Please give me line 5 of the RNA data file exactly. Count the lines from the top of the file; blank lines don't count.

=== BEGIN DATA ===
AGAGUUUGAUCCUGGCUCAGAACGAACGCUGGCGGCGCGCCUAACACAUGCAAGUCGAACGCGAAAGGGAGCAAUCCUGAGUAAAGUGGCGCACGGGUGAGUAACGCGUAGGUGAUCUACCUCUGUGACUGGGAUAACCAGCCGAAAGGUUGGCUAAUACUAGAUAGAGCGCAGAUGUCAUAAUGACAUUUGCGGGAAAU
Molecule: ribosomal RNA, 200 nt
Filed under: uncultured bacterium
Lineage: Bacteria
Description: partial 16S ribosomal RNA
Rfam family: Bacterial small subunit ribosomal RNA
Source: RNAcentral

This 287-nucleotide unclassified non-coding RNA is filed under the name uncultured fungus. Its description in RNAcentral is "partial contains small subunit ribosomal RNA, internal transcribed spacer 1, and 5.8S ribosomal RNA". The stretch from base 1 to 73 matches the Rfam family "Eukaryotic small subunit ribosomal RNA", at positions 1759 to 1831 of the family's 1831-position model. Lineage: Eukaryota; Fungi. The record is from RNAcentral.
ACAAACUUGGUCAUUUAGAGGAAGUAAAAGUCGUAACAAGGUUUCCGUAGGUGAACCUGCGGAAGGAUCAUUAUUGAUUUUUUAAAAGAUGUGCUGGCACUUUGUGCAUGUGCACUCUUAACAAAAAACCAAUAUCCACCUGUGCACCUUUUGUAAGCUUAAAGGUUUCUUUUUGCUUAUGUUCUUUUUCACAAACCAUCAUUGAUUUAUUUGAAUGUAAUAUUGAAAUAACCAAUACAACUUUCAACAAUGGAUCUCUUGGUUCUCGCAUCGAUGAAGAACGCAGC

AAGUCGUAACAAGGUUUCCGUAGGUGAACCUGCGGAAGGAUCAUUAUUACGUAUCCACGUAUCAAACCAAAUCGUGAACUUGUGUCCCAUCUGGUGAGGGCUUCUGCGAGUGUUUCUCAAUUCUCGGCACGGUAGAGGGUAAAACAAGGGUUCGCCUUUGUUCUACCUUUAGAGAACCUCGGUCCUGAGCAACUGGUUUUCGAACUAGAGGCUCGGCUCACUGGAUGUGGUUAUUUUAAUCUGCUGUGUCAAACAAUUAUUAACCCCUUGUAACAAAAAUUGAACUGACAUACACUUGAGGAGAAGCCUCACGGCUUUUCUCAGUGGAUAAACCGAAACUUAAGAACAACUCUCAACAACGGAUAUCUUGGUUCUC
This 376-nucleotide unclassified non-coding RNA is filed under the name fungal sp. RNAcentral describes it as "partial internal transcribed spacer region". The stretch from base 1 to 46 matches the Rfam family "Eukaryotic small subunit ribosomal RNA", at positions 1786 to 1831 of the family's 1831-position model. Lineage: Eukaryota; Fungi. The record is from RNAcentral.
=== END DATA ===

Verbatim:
Description: partial 16S ribosomal RNA